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Often at the heart of stories is pain. It’s something a lot of us can connect with, and something that bizarrely, but comfortingly ties us all together as human beings. We know what it’s like to be in, or go through pain. But what is important when it comes to narratives, is who’s pain should be highlighted over others.

After news broke last week regarding Jayne Ozanne’s decision to leave her role within the UK Government as leading equality advisor, it was discussed that the administration had created a “hostile environment” for LGBTQ+ people. As people who are within this community, it surprises me that it takes others so long to realise that the current government and it’s many factions and faces has in fact not just created a hostile environment, but fuelled one.

Ozanne’s decision to leave became focused on this one individual’s “painful decision” to resign. Her plight was centered, and she revealed throughout the interview her shock that the Conservative Government were in her words, “Ministers of Inequality”. This shock and awe may be news to some, but to LGBTQ+ people who don’t have dalliances with a right-leaning governmental power, it’s hardly a revelation.

But enough of my sour grapes at a Conservative woman being shocked at the bigotry within the Conservative Party. The reason behind Ozanne’s decision to leave came after a debate in the House of Commons on 8 March, brought forward after a petition gained more than 250,000 signatures discussing the need to urgently implement a ban on conversion therapy. Since Theresa May first raised the issue in 2018 as part of her LGBT Action Plan, and now Boris Johnson since undertaking of the Premiership, conversion therapy has been continuously highlighted as a practice that should and would be banned. Three years after May’s inaction, and now with Boris’ blundering delays, we are still witnessing the cruel, deadly and devastating effects of conversion therapy in our community. It’s ban is “iminent” ministers say, as they also detail it’s “on Boris’ desk”, as if it’s sat there like an old takeaway menu he keeps forgetting to take out to the recycling bin.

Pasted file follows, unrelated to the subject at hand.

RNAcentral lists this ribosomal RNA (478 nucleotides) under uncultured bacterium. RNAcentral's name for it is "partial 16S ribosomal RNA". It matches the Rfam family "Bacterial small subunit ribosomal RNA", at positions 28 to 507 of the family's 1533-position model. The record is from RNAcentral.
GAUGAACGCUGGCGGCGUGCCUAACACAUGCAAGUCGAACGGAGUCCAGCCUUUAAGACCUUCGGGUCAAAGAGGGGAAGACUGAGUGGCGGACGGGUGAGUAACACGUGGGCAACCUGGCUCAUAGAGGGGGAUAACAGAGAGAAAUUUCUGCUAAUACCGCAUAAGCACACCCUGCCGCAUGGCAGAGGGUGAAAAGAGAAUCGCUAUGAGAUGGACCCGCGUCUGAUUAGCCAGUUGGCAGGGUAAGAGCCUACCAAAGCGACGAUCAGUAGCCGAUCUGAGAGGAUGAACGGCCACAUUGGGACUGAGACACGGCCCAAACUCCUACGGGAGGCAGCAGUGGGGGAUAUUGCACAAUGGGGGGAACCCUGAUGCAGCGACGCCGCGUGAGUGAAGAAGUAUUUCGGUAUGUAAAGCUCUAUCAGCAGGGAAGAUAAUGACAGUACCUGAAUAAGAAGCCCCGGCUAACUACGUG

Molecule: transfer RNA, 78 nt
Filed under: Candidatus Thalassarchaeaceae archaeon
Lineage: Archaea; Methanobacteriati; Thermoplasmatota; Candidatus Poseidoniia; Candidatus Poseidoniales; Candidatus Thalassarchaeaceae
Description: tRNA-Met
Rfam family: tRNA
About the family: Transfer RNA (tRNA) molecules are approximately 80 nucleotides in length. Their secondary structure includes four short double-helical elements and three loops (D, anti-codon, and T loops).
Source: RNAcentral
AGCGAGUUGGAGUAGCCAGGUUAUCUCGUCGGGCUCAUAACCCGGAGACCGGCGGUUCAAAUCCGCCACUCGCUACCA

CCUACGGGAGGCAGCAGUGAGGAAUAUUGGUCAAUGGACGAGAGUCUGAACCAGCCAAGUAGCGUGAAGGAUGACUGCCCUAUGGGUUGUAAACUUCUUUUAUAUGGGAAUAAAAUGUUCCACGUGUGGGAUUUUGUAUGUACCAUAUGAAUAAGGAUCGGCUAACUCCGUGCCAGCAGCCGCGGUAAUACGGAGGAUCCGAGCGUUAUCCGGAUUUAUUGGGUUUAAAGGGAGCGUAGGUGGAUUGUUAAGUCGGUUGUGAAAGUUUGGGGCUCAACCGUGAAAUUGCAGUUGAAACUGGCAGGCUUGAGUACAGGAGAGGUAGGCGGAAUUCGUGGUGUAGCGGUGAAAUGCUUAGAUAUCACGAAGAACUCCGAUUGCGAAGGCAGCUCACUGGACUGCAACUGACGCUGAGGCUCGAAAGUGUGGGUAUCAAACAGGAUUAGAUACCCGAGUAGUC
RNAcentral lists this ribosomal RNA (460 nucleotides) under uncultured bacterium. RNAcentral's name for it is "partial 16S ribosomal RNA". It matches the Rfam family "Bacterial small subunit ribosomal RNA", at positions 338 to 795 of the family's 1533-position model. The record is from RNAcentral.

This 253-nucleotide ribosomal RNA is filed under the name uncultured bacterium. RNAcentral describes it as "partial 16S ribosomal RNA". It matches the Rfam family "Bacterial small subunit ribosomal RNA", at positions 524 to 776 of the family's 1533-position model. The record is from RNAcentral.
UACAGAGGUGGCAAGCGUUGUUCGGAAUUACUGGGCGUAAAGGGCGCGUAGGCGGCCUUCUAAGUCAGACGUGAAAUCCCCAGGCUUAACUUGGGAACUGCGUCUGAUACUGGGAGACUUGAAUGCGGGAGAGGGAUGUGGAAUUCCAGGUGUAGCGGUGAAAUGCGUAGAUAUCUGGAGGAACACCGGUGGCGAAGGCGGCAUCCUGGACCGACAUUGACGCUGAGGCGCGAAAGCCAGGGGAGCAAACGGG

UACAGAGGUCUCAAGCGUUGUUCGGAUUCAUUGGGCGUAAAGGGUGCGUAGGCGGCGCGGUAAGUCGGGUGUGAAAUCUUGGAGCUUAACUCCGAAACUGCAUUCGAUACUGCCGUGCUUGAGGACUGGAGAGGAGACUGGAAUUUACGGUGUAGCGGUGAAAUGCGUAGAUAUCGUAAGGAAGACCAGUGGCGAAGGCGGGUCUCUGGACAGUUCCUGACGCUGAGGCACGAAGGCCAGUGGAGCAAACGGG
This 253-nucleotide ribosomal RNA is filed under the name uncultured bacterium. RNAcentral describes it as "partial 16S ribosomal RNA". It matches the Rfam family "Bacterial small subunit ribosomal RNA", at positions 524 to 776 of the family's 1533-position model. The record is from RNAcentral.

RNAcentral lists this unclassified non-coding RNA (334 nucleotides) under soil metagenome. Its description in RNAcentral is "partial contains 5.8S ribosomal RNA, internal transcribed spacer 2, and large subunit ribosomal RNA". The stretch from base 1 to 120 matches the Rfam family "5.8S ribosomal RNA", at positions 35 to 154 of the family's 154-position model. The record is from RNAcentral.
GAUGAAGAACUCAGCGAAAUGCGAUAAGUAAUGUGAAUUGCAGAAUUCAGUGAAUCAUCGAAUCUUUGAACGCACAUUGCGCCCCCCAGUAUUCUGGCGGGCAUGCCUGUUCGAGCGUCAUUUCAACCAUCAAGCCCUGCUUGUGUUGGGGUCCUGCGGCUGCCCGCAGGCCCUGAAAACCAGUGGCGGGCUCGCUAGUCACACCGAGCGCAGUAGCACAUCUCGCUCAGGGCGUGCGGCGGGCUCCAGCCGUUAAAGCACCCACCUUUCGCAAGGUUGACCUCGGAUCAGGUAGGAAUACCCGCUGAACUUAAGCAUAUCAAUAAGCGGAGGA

As an Advisor to the Government, a former Conservative Party Member, and being part of a Gay Evangelical group, Ozanne described what the reality was like within Westminster when it came to discussing and advising on LGBTQ+ rights.

“I’ve been increasingly concerned about what is seen to be a hostile environment for LGBT people among this administration,” she said. “Over the years which the advisory panel has met, we’ve seen an increasing lack of engagement and the actions of ministers have frankly been against our advice … The language that I hear from them is of us being woke, or of being loud lobby groups, and what they don’t seem to understand is the reason we have to shout is because we are hurting, because there are people who are vulnerable who are going unheard and unnoticed. I do not believe this Tory government, sadly, have the best wishes of the LGBT community at heart. Instead we seem to have a Trumpesque mode of operation where they’re listening to the right-wing evangelicals and those frankly who want to take us back.”